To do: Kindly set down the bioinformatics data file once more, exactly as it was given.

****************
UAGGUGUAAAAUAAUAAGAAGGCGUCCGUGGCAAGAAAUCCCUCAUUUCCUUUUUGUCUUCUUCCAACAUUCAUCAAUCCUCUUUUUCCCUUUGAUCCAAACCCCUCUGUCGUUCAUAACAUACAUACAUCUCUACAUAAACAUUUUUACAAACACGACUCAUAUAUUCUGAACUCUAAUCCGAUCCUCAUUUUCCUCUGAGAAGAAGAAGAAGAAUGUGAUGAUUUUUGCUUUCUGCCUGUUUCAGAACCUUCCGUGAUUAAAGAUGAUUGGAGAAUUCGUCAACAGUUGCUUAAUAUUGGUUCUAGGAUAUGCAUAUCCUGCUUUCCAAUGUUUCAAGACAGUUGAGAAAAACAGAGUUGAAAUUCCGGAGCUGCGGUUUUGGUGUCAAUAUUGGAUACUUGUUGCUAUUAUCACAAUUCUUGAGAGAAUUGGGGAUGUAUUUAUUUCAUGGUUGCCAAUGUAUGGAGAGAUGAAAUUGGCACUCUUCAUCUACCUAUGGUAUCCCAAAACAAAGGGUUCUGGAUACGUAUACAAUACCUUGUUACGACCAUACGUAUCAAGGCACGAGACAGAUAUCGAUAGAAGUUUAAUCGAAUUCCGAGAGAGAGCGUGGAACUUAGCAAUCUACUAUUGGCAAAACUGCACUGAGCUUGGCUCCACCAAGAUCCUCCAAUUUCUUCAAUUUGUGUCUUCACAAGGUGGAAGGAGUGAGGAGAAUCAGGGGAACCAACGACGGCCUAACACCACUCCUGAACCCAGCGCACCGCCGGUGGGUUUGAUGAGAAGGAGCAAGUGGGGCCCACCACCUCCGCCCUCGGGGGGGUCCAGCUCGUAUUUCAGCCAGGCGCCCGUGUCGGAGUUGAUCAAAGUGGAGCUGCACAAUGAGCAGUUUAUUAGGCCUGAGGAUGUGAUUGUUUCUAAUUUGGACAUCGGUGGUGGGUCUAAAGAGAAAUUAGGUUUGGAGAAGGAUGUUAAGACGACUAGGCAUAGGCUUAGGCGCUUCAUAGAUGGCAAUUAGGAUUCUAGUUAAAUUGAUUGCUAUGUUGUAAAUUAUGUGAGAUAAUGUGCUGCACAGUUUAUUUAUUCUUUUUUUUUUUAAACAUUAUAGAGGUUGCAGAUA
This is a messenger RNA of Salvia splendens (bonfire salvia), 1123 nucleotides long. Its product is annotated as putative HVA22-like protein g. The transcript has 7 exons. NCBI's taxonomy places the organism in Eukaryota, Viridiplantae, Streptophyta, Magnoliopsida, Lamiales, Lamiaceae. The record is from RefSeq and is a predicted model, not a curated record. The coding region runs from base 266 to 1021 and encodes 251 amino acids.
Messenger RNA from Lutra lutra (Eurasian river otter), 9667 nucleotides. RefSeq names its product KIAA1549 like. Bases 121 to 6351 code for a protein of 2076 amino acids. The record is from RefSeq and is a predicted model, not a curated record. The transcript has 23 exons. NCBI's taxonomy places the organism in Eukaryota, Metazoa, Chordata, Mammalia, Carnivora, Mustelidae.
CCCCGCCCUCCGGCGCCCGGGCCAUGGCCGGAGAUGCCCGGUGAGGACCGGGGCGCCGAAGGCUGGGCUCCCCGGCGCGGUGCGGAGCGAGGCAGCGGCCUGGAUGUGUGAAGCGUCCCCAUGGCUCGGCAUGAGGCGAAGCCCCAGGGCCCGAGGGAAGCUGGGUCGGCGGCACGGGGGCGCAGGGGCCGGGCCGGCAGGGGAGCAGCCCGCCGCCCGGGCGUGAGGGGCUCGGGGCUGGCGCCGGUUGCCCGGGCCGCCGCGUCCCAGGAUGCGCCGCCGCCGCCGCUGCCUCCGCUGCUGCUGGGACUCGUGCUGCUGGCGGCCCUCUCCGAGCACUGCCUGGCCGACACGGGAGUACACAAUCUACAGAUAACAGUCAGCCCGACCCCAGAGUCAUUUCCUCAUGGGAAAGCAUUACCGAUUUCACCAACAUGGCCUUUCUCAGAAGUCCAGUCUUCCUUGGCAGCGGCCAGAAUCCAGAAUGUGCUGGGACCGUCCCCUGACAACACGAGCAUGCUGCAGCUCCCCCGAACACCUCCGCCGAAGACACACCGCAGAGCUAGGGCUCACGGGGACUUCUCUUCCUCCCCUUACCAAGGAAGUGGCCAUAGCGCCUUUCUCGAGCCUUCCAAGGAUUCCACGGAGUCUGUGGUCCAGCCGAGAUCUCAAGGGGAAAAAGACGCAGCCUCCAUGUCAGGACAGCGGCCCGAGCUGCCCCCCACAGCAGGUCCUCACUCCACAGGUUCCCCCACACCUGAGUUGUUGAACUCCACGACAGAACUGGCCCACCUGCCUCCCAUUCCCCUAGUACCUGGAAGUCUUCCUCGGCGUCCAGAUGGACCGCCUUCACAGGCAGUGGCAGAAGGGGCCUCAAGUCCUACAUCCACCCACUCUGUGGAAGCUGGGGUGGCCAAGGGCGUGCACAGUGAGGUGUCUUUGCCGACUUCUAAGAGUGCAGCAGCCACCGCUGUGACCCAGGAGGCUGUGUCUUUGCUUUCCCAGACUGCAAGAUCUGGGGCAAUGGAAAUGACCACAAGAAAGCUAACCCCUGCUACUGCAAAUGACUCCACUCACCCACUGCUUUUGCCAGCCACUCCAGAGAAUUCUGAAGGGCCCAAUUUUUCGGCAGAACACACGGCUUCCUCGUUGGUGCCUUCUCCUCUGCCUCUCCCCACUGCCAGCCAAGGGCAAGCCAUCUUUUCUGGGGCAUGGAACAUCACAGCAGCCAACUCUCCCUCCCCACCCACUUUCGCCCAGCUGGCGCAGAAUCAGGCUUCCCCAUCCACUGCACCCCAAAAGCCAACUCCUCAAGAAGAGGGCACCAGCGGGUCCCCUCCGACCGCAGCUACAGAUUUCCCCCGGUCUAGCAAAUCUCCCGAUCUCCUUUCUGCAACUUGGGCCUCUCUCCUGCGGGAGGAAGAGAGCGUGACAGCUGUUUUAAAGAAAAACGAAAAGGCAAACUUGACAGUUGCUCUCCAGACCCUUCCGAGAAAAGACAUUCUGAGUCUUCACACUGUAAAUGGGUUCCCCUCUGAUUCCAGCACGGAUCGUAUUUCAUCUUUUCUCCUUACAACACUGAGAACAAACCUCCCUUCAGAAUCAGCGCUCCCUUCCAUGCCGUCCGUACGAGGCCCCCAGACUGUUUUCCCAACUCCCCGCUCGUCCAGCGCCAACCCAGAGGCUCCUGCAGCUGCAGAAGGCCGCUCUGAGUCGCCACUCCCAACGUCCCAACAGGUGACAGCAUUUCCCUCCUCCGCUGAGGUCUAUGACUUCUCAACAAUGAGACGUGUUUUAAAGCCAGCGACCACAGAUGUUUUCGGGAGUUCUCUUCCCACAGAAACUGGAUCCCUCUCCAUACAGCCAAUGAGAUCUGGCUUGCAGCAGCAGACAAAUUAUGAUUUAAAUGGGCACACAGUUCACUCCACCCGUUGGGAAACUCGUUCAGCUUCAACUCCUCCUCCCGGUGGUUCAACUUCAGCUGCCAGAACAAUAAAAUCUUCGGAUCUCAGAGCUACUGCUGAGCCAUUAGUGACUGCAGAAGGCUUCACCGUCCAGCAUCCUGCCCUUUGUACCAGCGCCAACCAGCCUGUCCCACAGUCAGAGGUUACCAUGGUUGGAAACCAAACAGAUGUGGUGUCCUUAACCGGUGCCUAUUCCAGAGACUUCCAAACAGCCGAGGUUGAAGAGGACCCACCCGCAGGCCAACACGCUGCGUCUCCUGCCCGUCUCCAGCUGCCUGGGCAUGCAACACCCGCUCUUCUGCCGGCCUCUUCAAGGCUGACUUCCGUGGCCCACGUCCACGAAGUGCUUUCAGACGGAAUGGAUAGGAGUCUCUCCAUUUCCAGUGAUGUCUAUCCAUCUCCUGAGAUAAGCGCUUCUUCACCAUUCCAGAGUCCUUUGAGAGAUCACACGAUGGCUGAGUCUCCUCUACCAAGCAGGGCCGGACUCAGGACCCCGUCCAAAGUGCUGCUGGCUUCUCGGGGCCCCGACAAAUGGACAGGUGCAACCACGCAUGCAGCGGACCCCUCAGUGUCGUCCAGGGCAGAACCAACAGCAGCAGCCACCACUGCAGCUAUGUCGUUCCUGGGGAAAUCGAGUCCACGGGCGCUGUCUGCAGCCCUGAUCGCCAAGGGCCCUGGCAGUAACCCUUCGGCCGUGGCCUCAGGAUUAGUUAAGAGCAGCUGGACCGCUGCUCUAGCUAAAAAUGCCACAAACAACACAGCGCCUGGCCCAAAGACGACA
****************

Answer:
UAGGUGUAAAAUAAUAAGAAGGCGUCCGUGGCAAGAAAUCCCUCAUUUCCUUUUUGUCUUCUUCCAACAUUCAUCAAUCCUCUUUUUCCCUUUGAUCCAAACCCCUCUGUCGUUCAUAACAUACAUACAUCUCUACAUAAACAUUUUUACAAACACGACUCAUAUAUUCUGAACUCUAAUCCGAUCCUCAUUUUCCUCUGAGAAGAAGAAGAAGAAUGUGAUGAUUUUUGCUUUCUGCCUGUUUCAGAACCUUCCGUGAUUAAAGAUGAUUGGAGAAUUCGUCAACAGUUGCUUAAUAUUGGUUCUAGGAUAUGCAUAUCCUGCUUUCCAAUGUUUCAAGACAGUUGAGAAAAACAGAGUUGAAAUUCCGGAGCUGCGGUUUUGGUGUCAAUAUUGGAUACUUGUUGCUAUUAUCACAAUUCUUGAGAGAAUUGGGGAUGUAUUUAUUUCAUGGUUGCCAAUGUAUGGAGAGAUGAAAUUGGCACUCUUCAUCUACCUAUGGUAUCCCAAAACAAAGGGUUCUGGAUACGUAUACAAUACCUUGUUACGACCAUACGUAUCAAGGCACGAGACAGAUAUCGAUAGAAGUUUAAUCGAAUUCCGAGAGAGAGCGUGGAACUUAGCAAUCUACUAUUGGCAAAACUGCACUGAGCUUGGCUCCACCAAGAUCCUCCAAUUUCUUCAAUUUGUGUCUUCACAAGGUGGAAGGAGUGAGGAGAAUCAGGGGAACCAACGACGGCCUAACACCACUCCUGAACCCAGCGCACCGCCGGUGGGUUUGAUGAGAAGGAGCAAGUGGGGCCCACCACCUCCGCCCUCGGGGGGGUCCAGCUCGUAUUUCAGCCAGGCGCCCGUGUCGGAGUUGAUCAAAGUGGAGCUGCACAAUGAGCAGUUUAUUAGGCCUGAGGAUGUGAUUGUUUCUAAUUUGGACAUCGGUGGUGGGUCUAAAGAGAAAUUAGGUUUGGAGAAGGAUGUUAAGACGACUAGGCAUAGGCUUAGGCGCUUCAUAGAUGGCAAUUAGGAUUCUAGUUAAAUUGAUUGCUAUGUUGUAAAUUAUGUGAGAUAAUGUGCUGCACAGUUUAUUUAUUCUUUUUUUUUUUAAACAUUAUAGAGGUUGCAGAUA
This is a messenger RNA of Salvia splendens (bonfire salvia), 1123 nucleotides long. Its product is annotated as putative HVA22-like protein g. The transcript has 7 exons. NCBI's taxonomy places the organism in Eukaryota, Viridiplantae, Streptophyta, Magnoliopsida, Lamiales, Lamiaceae. The record is from RefSeq and is a predicted model, not a curated record. The coding region runs from base 266 to 1021 and encodes 251 amino acids.
Messenger RNA from Lutra lutra (Eurasian river otter), 9667 nucleotides. RefSeq names its product KIAA1549 like. Bases 121 to 6351 code for a protein of 2076 amino acids. The record is from RefSeq and is a predicted model, not a curated record. The transcript has 23 exons. NCBI's taxonomy places the organism in Eukaryota, Metazoa, Chordata, Mammalia, Carnivora, Mustelidae.
CCCCGCCCUCCGGCGCCCGGGCCAUGGCCGGAGAUGCCCGGUGAGGACCGGGGCGCCGAAGGCUGGGCUCCCCGGCGCGGUGCGGAGCGAGGCAGCGGCCUGGAUGUGUGAAGCGUCCCCAUGGCUCGGCAUGAGGCGAAGCCCCAGGGCCCGAGGGAAGCUGGGUCGGCGGCACGGGGGCGCAGGGGCCGGGCCGGCAGGGGAGCAGCCCGCCGCCCGGGCGUGAGGGGCUCGGGGCUGGCGCCGGUUGCCCGGGCCGCCGCGUCCCAGGAUGCGCCGCCGCCGCCGCUGCCUCCGCUGCUGCUGGGACUCGUGCUGCUGGCGGCCCUCUCCGAGCACUGCCUGGCCGACACGGGAGUACACAAUCUACAGAUAACAGUCAGCCCGACCCCAGAGUCAUUUCCUCAUGGGAAAGCAUUACCGAUUUCACCAACAUGGCCUUUCUCAGAAGUCCAGUCUUCCUUGGCAGCGGCCAGAAUCCAGAAUGUGCUGGGACCGUCCCCUGACAACACGAGCAUGCUGCAGCUCCCCCGAACACCUCCGCCGAAGACACACCGCAGAGCUAGGGCUCACGGGGACUUCUCUUCCUCCCCUUACCAAGGAAGUGGCCAUAGCGCCUUUCUCGAGCCUUCCAAGGAUUCCACGGAGUCUGUGGUCCAGCCGAGAUCUCAAGGGGAAAAAGACGCAGCCUCCAUGUCAGGACAGCGGCCCGAGCUGCCCCCCACAGCAGGUCCUCACUCCACAGGUUCCCCCACACCUGAGUUGUUGAACUCCACGACAGAACUGGCCCACCUGCCUCCCAUUCCCCUAGUACCUGGAAGUCUUCCUCGGCGUCCAGAUGGACCGCCUUCACAGGCAGUGGCAGAAGGGGCCUCAAGUCCUACAUCCACCCACUCUGUGGAAGCUGGGGUGGCCAAGGGCGUGCACAGUGAGGUGUCUUUGCCGACUUCUAAGAGUGCAGCAGCCACCGCUGUGACCCAGGAGGCUGUGUCUUUGCUUUCCCAGACUGCAAGAUCUGGGGCAAUGGAAAUGACCACAAGAAAGCUAACCCCUGCUACUGCAAAUGACUCCACUCACCCACUGCUUUUGCCAGCCACUCCAGAGAAUUCUGAAGGGCCCAAUUUUUCGGCAGAACACACGGCUUCCUCGUUGGUGCCUUCUCCUCUGCCUCUCCCCACUGCCAGCCAAGGGCAAGCCAUCUUUUCUGGGGCAUGGAACAUCACAGCAGCCAACUCUCCCUCCCCACCCACUUUCGCCCAGCUGGCGCAGAAUCAGGCUUCCCCAUCCACUGCACCCCAAAAGCCAACUCCUCAAGAAGAGGGCACCAGCGGGUCCCCUCCGACCGCAGCUACAGAUUUCCCCCGGUCUAGCAAAUCUCCCGAUCUCCUUUCUGCAACUUGGGCCUCUCUCCUGCGGGAGGAAGAGAGCGUGACAGCUGUUUUAAAGAAAAACGAAAAGGCAAACUUGACAGUUGCUCUCCAGACCCUUCCGAGAAAAGACAUUCUGAGUCUUCACACUGUAAAUGGGUUCCCCUCUGAUUCCAGCACGGAUCGUAUUUCAUCUUUUCUCCUUACAACACUGAGAACAAACCUCCCUUCAGAAUCAGCGCUCCCUUCCAUGCCGUCCGUACGAGGCCCCCAGACUGUUUUCCCAACUCCCCGCUCGUCCAGCGCCAACCCAGAGGCUCCUGCAGCUGCAGAAGGCCGCUCUGAGUCGCCACUCCCAACGUCCCAACAGGUGACAGCAUUUCCCUCCUCCGCUGAGGUCUAUGACUUCUCAACAAUGAGACGUGUUUUAAAGCCAGCGACCACAGAUGUUUUCGGGAGUUCUCUUCCCACAGAAACUGGAUCCCUCUCCAUACAGCCAAUGAGAUCUGGCUUGCAGCAGCAGACAAAUUAUGAUUUAAAUGGGCACACAGUUCACUCCACCCGUUGGGAAACUCGUUCAGCUUCAACUCCUCCUCCCGGUGGUUCAACUUCAGCUGCCAGAACAAUAAAAUCUUCGGAUCUCAGAGCUACUGCUGAGCCAUUAGUGACUGCAGAAGGCUUCACCGUCCAGCAUCCUGCCCUUUGUACCAGCGCCAACCAGCCUGUCCCACAGUCAGAGGUUACCAUGGUUGGAAACCAAACAGAUGUGGUGUCCUUAACCGGUGCCUAUUCCAGAGACUUCCAAACAGCCGAGGUUGAAGAGGACCCACCCGCAGGCCAACACGCUGCGUCUCCUGCCCGUCUCCAGCUGCCUGGGCAUGCAACACCCGCUCUUCUGCCGGCCUCUUCAAGGCUGACUUCCGUGGCCCACGUCCACGAAGUGCUUUCAGACGGAAUGGAUAGGAGUCUCUCCAUUUCCAGUGAUGUCUAUCCAUCUCCUGAGAUAAGCGCUUCUUCACCAUUCCAGAGUCCUUUGAGAGAUCACACGAUGGCUGAGUCUCCUCUACCAAGCAGGGCCGGACUCAGGACCCCGUCCAAAGUGCUGCUGGCUUCUCGGGGCCCCGACAAAUGGACAGGUGCAACCACGCAUGCAGCGGACCCCUCAGUGUCGUCCAGGGCAGAACCAACAGCAGCAGCCACCACUGCAGCUAUGUCGUUCCUGGGGAAAUCGAGUCCACGGGCGCUGUCUGCAGCCCUGAUCGCCAAGGGCCCUGGCAGUAACCCUUCGGCCGUGGCCUCAGGAUUAGUUAAGAGCAGCUGGACCGCUGCUCUAGCUAAAAAUGCCACAAACAACACAGCGCCUGGCCCAAAGACGACA